Examining the Shape of Our Lives

by Mark Votava


Living in a culture that values entertainment, speed, consumerism, individualism and upward mobility has made my life very difficult at times to create within myself some kind of practices of reflection.  I have found that without practices that help me to examine the shape of my life, my imagination becomes stuck and my freedom to live becomes disembodied.  My body has a deep need to breathe, reflect, rest, and slow down.  I am coming to understand more that my life cannot survive in a healthy way without this.

  • Cultivating honesty and trust within  

Our practice of reflection and rest helps us to examine the shape of our lives together.  We are constantly tested by our locality to see if what we believe is being embodied in our everyday lives.  Examining the shape of our lives together takes a sense of honesty and trust in God.  Examining the shape of our lives can be difficult.

  • The mirror of reality

It is the mirror of reality that will praise or shame us.  Reflection and rest cannot escape this examining of our lives together in parish.  There is a freedom to this kind of examining of our lives.  Our freedom is in our presence to the mystical imagination within us as the body of Christ in the parish.

  • Freedom to be fully present in the moment

We will find rest in the examining of our lives together.  We will develop a reflective spirit within us in the examining of our lives together.  Leighton Ford says, “The rest God offers is the freedom to be fully present in the moment, free to reflect and enjoy what has been; to let go of the deficits and regrets that wear us down; free to envision what will be, what we are being re-created for; free to unburden ourselves of regretful thoughts about our yesterdays and anxious thoughts about our tomorrows.”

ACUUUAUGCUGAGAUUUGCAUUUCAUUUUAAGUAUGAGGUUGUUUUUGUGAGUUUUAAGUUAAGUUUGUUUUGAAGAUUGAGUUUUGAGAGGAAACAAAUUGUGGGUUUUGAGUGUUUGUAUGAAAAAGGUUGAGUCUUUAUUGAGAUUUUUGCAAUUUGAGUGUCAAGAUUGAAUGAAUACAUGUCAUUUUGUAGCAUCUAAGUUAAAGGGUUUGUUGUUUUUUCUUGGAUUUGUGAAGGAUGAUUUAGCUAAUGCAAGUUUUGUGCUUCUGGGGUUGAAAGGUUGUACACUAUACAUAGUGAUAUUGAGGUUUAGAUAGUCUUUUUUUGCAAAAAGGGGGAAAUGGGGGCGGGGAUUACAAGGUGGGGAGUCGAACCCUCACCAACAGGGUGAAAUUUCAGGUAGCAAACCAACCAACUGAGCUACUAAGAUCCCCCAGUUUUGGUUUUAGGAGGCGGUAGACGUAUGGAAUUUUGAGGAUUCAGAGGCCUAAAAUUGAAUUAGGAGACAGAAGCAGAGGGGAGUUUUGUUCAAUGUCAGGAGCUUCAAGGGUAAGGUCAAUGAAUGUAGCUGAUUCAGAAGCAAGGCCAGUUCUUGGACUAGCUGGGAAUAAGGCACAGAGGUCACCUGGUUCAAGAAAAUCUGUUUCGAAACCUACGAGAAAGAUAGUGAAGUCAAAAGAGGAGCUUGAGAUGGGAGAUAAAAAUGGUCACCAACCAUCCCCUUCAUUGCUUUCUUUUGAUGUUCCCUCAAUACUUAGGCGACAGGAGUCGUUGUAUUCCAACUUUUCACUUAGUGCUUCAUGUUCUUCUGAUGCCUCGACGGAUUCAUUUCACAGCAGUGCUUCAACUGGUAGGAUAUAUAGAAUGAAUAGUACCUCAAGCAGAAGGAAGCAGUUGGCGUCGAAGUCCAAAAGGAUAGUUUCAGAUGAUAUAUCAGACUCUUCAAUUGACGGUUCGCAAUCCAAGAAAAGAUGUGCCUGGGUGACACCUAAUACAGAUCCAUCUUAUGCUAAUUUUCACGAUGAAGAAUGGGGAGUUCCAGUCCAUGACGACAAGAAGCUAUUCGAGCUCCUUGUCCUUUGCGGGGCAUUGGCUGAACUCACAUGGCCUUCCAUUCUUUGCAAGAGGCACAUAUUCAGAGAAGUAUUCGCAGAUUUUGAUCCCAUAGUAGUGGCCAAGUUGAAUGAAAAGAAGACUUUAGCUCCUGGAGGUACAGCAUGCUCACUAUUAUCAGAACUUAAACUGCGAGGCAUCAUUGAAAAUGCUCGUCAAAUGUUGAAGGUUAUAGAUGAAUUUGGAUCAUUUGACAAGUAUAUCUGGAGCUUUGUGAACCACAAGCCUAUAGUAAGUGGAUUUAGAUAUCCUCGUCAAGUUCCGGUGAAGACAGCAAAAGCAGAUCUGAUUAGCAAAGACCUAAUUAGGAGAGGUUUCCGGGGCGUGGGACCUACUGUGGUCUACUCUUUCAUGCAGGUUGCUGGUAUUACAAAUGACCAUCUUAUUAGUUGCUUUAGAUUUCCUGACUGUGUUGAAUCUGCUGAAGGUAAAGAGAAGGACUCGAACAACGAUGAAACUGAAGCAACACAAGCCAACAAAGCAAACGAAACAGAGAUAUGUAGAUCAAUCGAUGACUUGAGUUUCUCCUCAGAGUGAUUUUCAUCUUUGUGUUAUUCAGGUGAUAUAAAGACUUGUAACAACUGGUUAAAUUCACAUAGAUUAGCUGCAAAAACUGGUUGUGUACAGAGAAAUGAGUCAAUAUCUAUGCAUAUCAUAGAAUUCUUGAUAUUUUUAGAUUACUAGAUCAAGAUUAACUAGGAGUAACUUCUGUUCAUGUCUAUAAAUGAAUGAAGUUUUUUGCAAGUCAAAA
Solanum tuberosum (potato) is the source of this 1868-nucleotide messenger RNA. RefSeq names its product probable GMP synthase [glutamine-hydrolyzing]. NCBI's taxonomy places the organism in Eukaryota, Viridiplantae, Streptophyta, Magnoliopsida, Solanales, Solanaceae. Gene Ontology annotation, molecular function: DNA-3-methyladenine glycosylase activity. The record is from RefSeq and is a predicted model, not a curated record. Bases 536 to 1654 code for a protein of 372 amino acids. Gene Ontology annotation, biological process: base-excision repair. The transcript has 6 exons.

• Constantly reimagining our lives

Our freedom is embodied in the ways we learn from our past as we reimagine the present and the future.  When we examine the shape of our lives together through reflection and rest, we are free to reimagine.  We constantly reimagine the present.  This pushes us into the moments of reimagining the future.

  • Working through our anxieties and regrets

Our reflection and rest is always manifested in our reimagining everything.  We will celebrate the past and learn from it.  We will reimagine what God has for us in the present and the days to come.  Through reflection and rest, we will free ourselves to work through our anxieties and regrets.

  • Listening to our tomorrows and yesterdays

We will move into the mystical imagination in the parish.  Our tomorrows will not be so bad and our yesterdays we can learn from.  Our tomorrows and yesterdays speak to us through the mystical imagination in reflection and rest.  Our tomorrows and yesterdays can bring out the life of Christ within us in our locality.

Why is it so difficult to create a reflective spirit within us?